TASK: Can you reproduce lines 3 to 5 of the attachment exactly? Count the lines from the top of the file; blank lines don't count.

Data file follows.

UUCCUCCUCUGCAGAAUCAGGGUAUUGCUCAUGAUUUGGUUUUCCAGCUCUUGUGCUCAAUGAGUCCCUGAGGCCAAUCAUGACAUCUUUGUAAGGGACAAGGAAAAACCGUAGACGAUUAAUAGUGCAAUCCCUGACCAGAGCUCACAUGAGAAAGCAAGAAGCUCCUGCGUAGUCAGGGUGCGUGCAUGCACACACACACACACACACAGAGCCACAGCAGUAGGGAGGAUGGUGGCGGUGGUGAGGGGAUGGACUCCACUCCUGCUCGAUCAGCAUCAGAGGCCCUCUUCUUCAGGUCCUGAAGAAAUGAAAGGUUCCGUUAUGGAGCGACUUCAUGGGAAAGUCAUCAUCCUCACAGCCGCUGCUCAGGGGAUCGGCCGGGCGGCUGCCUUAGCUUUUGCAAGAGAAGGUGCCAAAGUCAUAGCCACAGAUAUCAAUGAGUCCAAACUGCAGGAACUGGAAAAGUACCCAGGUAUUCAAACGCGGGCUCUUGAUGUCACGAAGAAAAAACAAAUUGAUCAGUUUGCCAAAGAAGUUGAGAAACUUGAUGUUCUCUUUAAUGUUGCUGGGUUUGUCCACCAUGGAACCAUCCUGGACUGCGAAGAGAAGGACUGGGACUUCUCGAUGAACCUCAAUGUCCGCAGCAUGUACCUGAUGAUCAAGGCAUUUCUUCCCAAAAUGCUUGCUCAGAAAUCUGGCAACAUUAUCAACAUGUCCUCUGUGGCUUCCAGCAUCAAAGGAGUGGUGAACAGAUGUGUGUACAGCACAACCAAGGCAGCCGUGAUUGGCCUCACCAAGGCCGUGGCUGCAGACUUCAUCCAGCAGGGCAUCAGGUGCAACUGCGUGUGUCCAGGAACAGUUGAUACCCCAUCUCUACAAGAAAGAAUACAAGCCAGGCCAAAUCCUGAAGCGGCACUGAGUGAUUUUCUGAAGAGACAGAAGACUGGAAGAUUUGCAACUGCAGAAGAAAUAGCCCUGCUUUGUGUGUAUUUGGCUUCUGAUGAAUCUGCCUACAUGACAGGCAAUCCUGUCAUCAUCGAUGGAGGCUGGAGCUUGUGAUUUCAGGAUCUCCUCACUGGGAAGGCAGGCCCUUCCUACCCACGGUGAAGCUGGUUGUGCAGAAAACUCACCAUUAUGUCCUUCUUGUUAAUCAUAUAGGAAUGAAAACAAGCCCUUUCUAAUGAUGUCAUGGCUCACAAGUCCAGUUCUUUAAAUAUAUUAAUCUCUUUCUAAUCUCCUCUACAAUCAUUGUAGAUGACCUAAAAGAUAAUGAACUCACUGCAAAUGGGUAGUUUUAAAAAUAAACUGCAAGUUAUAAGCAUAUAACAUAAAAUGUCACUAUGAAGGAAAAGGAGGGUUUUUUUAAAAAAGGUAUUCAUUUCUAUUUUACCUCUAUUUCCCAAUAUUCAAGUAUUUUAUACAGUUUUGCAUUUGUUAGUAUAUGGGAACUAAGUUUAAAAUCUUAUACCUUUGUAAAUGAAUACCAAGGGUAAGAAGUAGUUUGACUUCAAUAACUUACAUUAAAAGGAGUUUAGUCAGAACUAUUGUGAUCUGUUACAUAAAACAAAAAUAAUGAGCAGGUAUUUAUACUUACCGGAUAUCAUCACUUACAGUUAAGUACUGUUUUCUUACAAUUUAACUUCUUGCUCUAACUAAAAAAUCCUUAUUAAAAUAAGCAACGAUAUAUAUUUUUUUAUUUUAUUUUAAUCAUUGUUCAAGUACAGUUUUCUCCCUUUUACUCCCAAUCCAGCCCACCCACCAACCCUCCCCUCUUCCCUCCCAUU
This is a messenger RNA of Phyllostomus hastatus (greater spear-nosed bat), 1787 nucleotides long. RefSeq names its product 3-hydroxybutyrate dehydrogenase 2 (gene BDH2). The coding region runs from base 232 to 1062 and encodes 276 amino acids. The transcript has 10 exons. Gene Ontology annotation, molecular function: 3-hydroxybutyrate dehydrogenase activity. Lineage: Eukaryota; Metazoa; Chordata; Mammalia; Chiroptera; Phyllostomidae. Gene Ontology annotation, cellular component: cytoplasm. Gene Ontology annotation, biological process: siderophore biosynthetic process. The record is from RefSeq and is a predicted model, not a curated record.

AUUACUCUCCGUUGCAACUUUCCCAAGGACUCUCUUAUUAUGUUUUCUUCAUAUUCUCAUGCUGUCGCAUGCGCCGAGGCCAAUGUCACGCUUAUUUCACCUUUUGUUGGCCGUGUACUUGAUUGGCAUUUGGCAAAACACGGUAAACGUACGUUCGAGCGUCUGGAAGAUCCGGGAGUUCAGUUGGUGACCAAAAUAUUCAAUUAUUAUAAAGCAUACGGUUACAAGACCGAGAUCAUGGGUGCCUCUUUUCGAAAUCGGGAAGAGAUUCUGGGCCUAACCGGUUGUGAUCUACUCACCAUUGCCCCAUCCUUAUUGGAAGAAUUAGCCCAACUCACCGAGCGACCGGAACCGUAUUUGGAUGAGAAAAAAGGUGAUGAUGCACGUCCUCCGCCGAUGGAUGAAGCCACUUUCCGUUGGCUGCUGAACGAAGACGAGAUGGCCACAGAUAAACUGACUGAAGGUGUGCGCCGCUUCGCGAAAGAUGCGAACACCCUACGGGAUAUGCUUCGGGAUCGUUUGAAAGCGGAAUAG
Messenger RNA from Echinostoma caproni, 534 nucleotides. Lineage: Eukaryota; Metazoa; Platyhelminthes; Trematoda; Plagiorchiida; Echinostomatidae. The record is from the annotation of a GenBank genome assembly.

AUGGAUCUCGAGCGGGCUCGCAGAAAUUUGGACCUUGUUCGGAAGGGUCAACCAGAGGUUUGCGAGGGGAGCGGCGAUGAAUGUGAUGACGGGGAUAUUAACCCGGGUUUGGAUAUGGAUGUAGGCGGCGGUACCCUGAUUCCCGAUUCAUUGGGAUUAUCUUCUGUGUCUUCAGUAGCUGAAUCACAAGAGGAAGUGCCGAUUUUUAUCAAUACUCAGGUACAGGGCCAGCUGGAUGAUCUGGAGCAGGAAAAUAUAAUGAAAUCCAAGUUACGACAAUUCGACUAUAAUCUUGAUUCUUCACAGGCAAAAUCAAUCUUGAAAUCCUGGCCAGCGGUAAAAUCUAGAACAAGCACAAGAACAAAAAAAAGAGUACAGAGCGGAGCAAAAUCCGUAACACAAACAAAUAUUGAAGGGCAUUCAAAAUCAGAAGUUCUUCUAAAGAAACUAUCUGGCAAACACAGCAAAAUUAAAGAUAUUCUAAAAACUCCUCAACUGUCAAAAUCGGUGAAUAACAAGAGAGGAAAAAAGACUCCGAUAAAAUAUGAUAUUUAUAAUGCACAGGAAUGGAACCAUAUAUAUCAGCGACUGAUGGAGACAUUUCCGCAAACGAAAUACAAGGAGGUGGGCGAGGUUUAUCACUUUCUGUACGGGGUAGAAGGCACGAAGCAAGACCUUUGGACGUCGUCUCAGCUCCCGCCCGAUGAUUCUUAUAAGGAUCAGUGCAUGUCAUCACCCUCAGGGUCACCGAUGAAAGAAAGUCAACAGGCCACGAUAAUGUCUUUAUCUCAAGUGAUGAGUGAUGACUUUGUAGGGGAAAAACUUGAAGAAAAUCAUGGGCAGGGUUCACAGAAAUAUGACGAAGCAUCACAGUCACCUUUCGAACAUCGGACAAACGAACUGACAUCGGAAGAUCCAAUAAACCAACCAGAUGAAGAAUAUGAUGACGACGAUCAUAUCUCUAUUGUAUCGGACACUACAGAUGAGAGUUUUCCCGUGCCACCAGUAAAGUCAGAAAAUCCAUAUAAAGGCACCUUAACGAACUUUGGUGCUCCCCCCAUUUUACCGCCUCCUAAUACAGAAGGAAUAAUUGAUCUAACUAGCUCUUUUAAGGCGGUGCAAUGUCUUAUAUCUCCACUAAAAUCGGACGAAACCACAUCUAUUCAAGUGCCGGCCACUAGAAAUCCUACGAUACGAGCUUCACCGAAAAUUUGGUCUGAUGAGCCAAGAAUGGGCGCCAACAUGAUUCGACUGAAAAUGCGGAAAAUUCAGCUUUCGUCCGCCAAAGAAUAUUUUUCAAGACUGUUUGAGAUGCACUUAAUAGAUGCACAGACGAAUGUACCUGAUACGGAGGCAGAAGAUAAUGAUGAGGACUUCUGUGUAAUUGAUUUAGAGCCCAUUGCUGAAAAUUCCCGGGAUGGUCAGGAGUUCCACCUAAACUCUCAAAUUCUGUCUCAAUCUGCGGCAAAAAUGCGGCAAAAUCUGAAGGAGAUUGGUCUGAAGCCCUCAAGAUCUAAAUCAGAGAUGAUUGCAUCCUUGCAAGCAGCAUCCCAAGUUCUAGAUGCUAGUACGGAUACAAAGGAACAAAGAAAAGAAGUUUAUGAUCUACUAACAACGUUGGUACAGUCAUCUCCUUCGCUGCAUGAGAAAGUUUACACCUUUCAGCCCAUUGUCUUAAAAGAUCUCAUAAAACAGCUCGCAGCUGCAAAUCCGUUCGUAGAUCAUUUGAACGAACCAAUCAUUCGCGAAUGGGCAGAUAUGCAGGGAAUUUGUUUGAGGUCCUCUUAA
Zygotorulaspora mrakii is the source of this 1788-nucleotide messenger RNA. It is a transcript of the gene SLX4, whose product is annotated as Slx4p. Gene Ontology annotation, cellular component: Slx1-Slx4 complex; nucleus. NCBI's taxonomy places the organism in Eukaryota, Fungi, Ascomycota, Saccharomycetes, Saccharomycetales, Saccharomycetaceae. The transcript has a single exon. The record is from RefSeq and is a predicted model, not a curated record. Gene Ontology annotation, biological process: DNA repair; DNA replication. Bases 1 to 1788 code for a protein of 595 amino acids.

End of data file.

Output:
AUUACUCUCCGUUGCAACUUUCCCAAGGACUCUCUUAUUAUGUUUUCUUCAUAUUCUCAUGCUGUCGCAUGCGCCGAGGCCAAUGUCACGCUUAUUUCACCUUUUGUUGGCCGUGUACUUGAUUGGCAUUUGGCAAAACACGGUAAACGUACGUUCGAGCGUCUGGAAGAUCCGGGAGUUCAGUUGGUGACCAAAAUAUUCAAUUAUUAUAAAGCAUACGGUUACAAGACCGAGAUCAUGGGUGCCUCUUUUCGAAAUCGGGAAGAGAUUCUGGGCCUAACCGGUUGUGAUCUACUCACCAUUGCCCCAUCCUUAUUGGAAGAAUUAGCCCAACUCACCGAGCGACCGGAACCGUAUUUGGAUGAGAAAAAAGGUGAUGAUGCACGUCCUCCGCCGAUGGAUGAAGCCACUUUCCGUUGGCUGCUGAACGAAGACGAGAUGGCCACAGAUAAACUGACUGAAGGUGUGCGCCGCUUCGCGAAAGAUGCGAACACCCUACGGGAUAUGCUUCGGGAUCGUUUGAAAGCGGAAUAG
Messenger RNA from Echinostoma caproni, 534 nucleotides. Lineage: Eukaryota; Metazoa; Platyhelminthes; Trematoda; Plagiorchiida; Echinostomatidae. The record is from the annotation of a GenBank genome assembly.

AUGGAUCUCGAGCGGGCUCGCAGAAAUUUGGACCUUGUUCGGAAGGGUCAACCAGAGGUUUGCGAGGGGAGCGGCGAUGAAUGUGAUGACGGGGAUAUUAACCCGGGUUUGGAUAUGGAUGUAGGCGGCGGUACCCUGAUUCCCGAUUCAUUGGGAUUAUCUUCUGUGUCUUCAGUAGCUGAAUCACAAGAGGAAGUGCCGAUUUUUAUCAAUACUCAGGUACAGGGCCAGCUGGAUGAUCUGGAGCAGGAAAAUAUAAUGAAAUCCAAGUUACGACAAUUCGACUAUAAUCUUGAUUCUUCACAGGCAAAAUCAAUCUUGAAAUCCUGGCCAGCGGUAAAAUCUAGAACAAGCACAAGAACAAAAAAAAGAGUACAGAGCGGAGCAAAAUCCGUAACACAAACAAAUAUUGAAGGGCAUUCAAAAUCAGAAGUUCUUCUAAAGAAACUAUCUGGCAAACACAGCAAAAUUAAAGAUAUUCUAAAAACUCCUCAACUGUCAAAAUCGGUGAAUAACAAGAGAGGAAAAAAGACUCCGAUAAAAUAUGAUAUUUAUAAUGCACAGGAAUGGAACCAUAUAUAUCAGCGACUGAUGGAGACAUUUCCGCAAACGAAAUACAAGGAGGUGGGCGAGGUUUAUCACUUUCUGUACGGGGUAGAAGGCACGAAGCAAGACCUUUGGACGUCGUCUCAGCUCCCGCCCGAUGAUUCUUAUAAGGAUCAGUGCAUGUCAUCACCCUCAGGGUCACCGAUGAAAGAAAGUCAACAGGCCACGAUAAUGUCUUUAUCUCAAGUGAUGAGUGAUGACUUUGUAGGGGAAAAACUUGAAGAAAAUCAUGGGCAGGGUUCACAGAAAUAUGACGAAGCAUCACAGUCACCUUUCGAACAUCGGACAAACGAACUGACAUCGGAAGAUCCAAUAAACCAACCAGAUGAAGAAUAUGAUGACGACGAUCAUAUCUCUAUUGUAUCGGACACUACAGAUGAGAGUUUUCCCGUGCCACCAGUAAAGUCAGAAAAUCCAUAUAAAGGCACCUUAACGAACUUUGGUGCUCCCCCCAUUUUACCGCCUCCUAAUACAGAAGGAAUAAUUGAUCUAACUAGCUCUUUUAAGGCGGUGCAAUGUCUUAUAUCUCCACUAAAAUCGGACGAAACCACAUCUAUUCAAGUGCCGGCCACUAGAAAUCCUACGAUACGAGCUUCACCGAAAAUUUGGUCUGAUGAGCCAAGAAUGGGCGCCAACAUGAUUCGACUGAAAAUGCGGAAAAUUCAGCUUUCGUCCGCCAAAGAAUAUUUUUCAAGACUGUUUGAGAUGCACUUAAUAGAUGCACAGACGAAUGUACCUGAUACGGAGGCAGAAGAUAAUGAUGAGGACUUCUGUGUAAUUGAUUUAGAGCCCAUUGCUGAAAAUUCCCGGGAUGGUCAGGAGUUCCACCUAAACUCUCAAAUUCUGUCUCAAUCUGCGGCAAAAAUGCGGCAAAAUCUGAAGGAGAUUGGUCUGAAGCCCUCAAGAUCUAAAUCAGAGAUGAUUGCAUCCUUGCAAGCAGCAUCCCAAGUUCUAGAUGCUAGUACGGAUACAAAGGAACAAAGAAAAGAAGUUUAUGAUCUACUAACAACGUUGGUACAGUCAUCUCCUUCGCUGCAUGAGAAAGUUUACACCUUUCAGCCCAUUGUCUUAAAAGAUCUCAUAAAACAGCUCGCAGCUGCAAAUCCGUUCGUAGAUCAUUUGAACGAACCAAUCAUUCGCGAAUGGGCAGAUAUGCAGGGAAUUUGUUUGAGGUCCUCUUAA